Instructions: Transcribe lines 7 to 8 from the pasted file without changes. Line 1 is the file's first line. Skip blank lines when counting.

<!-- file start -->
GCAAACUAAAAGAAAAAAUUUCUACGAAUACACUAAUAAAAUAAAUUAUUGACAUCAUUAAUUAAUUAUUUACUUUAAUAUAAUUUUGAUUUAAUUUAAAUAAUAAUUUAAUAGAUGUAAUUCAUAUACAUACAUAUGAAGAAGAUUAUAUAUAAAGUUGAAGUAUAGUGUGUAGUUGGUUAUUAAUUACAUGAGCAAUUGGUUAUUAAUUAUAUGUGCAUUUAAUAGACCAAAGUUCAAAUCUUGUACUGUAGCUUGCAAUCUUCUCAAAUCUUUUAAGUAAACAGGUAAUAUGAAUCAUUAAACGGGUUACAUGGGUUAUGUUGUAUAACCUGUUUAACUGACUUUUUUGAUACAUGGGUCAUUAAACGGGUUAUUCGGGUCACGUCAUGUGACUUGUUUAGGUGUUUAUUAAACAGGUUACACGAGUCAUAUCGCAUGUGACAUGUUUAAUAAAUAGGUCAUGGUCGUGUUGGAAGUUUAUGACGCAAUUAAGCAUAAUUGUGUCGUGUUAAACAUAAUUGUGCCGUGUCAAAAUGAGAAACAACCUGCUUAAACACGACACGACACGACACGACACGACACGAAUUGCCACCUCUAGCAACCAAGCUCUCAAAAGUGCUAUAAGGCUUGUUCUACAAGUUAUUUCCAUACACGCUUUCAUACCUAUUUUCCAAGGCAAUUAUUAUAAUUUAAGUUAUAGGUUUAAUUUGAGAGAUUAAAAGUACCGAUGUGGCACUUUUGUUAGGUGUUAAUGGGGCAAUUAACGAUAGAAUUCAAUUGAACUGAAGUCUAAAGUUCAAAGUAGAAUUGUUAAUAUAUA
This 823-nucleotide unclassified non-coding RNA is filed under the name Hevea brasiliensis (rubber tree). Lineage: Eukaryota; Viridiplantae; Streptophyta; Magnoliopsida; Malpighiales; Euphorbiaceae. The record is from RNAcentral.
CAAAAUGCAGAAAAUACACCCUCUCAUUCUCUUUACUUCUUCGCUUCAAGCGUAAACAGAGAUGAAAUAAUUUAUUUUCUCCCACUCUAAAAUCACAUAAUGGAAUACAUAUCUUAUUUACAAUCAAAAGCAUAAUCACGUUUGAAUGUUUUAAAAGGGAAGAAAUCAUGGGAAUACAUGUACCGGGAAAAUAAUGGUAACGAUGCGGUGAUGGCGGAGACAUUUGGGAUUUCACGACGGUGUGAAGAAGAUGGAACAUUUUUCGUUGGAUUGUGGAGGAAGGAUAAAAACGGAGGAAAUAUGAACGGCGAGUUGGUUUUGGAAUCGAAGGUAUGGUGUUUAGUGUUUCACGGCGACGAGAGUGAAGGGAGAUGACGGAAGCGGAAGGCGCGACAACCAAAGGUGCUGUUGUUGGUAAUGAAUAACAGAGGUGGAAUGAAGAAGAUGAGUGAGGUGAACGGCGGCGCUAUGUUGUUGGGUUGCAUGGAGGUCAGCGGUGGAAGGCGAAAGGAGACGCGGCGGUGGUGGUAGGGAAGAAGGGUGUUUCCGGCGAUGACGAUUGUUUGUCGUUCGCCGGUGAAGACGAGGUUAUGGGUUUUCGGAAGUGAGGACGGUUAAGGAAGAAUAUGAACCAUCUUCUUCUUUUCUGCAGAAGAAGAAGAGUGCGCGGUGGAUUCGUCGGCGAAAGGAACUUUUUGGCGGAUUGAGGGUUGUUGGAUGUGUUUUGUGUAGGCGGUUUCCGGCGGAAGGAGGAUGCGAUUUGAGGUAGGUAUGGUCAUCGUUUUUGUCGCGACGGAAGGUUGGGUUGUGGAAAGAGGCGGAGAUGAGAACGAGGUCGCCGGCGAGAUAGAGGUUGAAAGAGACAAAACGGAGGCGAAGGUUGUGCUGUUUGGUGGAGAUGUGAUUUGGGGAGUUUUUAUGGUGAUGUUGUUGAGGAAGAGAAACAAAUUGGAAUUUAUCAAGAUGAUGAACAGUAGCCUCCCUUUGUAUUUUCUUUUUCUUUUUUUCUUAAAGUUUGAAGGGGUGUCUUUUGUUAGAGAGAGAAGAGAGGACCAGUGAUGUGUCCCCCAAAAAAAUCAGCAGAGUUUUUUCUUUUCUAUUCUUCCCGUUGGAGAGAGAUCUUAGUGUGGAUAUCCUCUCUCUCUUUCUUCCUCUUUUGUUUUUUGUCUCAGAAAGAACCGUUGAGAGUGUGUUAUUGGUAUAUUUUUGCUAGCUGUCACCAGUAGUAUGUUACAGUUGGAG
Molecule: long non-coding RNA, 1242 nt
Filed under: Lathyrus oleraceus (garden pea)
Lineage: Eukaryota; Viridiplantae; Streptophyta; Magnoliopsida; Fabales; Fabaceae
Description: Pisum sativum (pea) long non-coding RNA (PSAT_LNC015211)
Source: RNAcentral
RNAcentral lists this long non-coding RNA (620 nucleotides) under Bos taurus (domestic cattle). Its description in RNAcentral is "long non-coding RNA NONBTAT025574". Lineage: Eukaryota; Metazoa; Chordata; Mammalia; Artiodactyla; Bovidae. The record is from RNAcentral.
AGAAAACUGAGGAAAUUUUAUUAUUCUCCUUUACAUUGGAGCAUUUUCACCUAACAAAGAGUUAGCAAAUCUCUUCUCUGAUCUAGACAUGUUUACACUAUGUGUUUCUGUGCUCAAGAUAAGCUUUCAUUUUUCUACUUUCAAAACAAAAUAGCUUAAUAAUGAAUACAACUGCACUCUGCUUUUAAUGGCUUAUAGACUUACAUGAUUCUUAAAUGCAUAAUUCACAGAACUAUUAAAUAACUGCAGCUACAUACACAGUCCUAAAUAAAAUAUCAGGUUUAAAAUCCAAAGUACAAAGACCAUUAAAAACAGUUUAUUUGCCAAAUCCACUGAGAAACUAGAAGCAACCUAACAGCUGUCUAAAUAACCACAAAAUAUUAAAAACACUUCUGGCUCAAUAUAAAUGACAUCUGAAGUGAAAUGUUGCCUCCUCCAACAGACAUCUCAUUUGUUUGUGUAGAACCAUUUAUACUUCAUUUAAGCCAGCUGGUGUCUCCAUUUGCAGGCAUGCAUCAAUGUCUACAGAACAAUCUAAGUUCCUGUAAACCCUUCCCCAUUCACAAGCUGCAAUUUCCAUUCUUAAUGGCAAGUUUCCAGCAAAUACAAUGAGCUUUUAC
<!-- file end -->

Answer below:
Description: Pisum sativum (pea) long non-coding RNA (PSAT_LNC015211)
Source: RNAcentral